As current Peace Corps volunteers in Benin, there are two topics (I think) that come up the most.. pertaining to the “give away mentality” of most of the worlds volunteer force. Firstly, especially in the south, I have (and others have as well) run into issues where not only do the people we are trying to work with expect free handouts, they are almost unwilling to do work that would assume free handouts won't come in the future. Occasionally, people will not want to work with you once they realize you actually want to do work. Many  want the easy way of getting things done, and the easy way has become western handouts. Not only has the Western world become convinced of Africa’s need for assistance (and don't get me wrong there is some assistance – especially medical –  is in fact very important)– Africa in some ways has also become complacent to the idea. Not only do people expect free hand outs – they feel entitled. This is a problem. It perpetuates a laziness so to speak – a lack of desire to work towards a goal for yourself – to start at the bottom and build something on your own is such an American mentality. It is hard as an American, wishing that kind of happiness on to others, to see that not everyone wants to do it on their own. Some people really are happy just sitting around and letting someone else do it for them. Some people just don't think they can. If Africa is every going to reach sustainable development. It is that mentality that needs to be addressed first.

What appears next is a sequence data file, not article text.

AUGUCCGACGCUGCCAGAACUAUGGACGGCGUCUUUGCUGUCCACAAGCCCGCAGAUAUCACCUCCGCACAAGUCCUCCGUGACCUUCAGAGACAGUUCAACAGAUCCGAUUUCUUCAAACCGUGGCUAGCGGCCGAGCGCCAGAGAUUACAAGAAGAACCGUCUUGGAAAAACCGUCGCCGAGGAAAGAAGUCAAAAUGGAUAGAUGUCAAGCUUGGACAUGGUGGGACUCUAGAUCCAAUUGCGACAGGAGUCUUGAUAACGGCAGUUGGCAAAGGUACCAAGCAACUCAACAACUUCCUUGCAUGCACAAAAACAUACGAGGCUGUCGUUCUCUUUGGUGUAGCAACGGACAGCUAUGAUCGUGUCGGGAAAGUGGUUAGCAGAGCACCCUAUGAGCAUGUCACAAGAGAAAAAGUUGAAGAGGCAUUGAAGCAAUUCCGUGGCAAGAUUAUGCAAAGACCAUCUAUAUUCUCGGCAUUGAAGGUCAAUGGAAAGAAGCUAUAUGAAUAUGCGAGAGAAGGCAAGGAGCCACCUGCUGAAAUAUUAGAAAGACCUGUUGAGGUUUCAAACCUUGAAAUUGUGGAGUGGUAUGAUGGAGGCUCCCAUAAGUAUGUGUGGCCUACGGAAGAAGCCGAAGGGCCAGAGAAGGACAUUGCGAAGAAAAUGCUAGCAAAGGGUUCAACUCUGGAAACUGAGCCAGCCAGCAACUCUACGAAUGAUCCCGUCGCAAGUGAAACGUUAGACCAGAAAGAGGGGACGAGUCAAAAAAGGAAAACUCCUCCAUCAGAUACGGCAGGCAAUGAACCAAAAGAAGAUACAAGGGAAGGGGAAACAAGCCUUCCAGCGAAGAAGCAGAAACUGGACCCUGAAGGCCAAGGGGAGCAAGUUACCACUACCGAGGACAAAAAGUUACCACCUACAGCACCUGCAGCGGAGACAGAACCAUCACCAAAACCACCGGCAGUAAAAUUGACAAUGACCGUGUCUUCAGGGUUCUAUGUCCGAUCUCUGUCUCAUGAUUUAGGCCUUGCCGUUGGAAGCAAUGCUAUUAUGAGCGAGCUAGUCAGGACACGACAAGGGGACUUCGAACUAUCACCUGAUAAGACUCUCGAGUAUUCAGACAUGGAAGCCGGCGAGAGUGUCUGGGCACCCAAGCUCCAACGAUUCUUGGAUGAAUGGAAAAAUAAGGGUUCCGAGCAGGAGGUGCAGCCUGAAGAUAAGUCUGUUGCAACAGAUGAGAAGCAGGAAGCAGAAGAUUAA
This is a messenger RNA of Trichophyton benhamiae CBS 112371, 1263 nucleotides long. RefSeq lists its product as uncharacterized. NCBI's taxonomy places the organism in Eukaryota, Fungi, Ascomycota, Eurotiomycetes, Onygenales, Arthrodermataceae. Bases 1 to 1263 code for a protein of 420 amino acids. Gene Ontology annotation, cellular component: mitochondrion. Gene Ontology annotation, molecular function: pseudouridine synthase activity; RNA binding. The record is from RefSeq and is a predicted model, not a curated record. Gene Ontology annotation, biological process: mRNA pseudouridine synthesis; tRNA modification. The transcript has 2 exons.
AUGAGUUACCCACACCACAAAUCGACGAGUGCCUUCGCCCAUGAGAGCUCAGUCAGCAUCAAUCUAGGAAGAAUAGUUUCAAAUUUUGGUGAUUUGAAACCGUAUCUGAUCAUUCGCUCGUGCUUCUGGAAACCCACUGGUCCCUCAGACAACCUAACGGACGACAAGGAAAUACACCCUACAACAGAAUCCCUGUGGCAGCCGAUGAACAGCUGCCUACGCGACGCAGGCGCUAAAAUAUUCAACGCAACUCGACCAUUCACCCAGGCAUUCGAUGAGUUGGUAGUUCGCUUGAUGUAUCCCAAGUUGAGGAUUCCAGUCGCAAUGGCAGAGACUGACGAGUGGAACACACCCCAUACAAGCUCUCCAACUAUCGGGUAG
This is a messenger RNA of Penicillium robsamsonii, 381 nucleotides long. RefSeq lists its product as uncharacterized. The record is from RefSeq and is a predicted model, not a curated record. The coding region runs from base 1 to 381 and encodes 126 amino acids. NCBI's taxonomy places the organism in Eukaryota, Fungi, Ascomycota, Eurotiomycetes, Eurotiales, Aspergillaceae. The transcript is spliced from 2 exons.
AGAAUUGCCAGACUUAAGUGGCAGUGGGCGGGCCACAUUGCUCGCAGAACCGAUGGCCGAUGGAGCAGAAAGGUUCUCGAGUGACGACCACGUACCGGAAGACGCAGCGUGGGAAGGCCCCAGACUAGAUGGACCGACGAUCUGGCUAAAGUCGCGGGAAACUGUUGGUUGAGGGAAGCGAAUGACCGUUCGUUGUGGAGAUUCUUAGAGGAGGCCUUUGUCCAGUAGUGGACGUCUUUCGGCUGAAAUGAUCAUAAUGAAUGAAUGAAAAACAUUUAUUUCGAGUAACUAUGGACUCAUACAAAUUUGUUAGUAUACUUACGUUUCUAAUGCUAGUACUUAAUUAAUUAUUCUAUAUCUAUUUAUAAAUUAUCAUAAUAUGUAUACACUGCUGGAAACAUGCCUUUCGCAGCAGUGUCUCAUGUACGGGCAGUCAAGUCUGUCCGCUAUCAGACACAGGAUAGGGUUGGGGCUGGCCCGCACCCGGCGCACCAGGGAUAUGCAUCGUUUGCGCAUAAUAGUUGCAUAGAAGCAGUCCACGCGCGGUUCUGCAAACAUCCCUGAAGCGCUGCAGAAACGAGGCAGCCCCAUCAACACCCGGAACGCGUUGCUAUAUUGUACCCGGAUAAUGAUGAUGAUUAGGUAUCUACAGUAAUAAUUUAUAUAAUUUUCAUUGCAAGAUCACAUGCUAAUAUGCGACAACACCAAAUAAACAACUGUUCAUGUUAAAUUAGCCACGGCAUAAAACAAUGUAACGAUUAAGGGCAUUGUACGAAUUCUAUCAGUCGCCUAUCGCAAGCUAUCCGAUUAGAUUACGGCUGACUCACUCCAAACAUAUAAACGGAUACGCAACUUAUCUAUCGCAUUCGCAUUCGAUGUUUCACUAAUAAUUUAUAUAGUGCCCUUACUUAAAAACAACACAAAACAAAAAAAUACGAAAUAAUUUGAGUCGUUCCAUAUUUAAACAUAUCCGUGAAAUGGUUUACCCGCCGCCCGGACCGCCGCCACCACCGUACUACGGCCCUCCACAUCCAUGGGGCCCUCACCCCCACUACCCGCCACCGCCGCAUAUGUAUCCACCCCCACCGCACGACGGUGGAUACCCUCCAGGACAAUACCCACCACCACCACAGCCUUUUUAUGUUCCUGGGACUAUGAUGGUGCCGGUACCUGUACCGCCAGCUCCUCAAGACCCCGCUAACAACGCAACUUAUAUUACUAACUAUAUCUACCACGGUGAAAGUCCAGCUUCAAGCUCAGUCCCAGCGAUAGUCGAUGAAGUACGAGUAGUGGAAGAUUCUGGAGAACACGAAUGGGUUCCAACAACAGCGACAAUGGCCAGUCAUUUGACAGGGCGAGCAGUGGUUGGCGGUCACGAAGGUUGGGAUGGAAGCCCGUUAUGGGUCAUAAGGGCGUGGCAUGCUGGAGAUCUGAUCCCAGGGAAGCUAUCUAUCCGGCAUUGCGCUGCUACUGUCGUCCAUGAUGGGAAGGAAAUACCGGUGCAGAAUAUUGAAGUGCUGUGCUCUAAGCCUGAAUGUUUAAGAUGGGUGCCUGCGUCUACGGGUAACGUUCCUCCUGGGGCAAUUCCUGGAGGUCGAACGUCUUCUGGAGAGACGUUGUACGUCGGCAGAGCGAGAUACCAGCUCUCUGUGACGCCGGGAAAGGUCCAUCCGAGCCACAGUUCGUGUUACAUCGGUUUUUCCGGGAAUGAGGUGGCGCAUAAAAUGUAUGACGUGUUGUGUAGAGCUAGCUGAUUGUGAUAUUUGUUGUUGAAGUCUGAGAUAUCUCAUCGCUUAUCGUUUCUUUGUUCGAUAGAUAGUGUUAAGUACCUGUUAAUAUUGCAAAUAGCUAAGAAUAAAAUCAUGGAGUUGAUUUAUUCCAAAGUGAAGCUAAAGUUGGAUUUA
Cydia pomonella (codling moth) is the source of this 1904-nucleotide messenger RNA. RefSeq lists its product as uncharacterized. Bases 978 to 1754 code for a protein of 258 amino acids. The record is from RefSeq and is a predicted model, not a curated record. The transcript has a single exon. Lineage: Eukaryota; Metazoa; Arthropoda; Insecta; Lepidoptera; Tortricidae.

I am a volunteer. Requested by my host organization to come and work with them in my community. I cost them nothing. I work for free. – This hasn't stopped people in my own office from telling me that I should be paying them because they are letting me work there. I did not choose my location – they asked Peace Corps for me.  Still, because  I am a westerner even many educated host county nationals believe I was sent here to give them gifts. I know that some of this is cultural.. but it is disheartening to say the least. From my experience, there is a serious case of the gim-mes going on. Are HCNs requesting western volunteers only because they think that means free gifts and financial gain?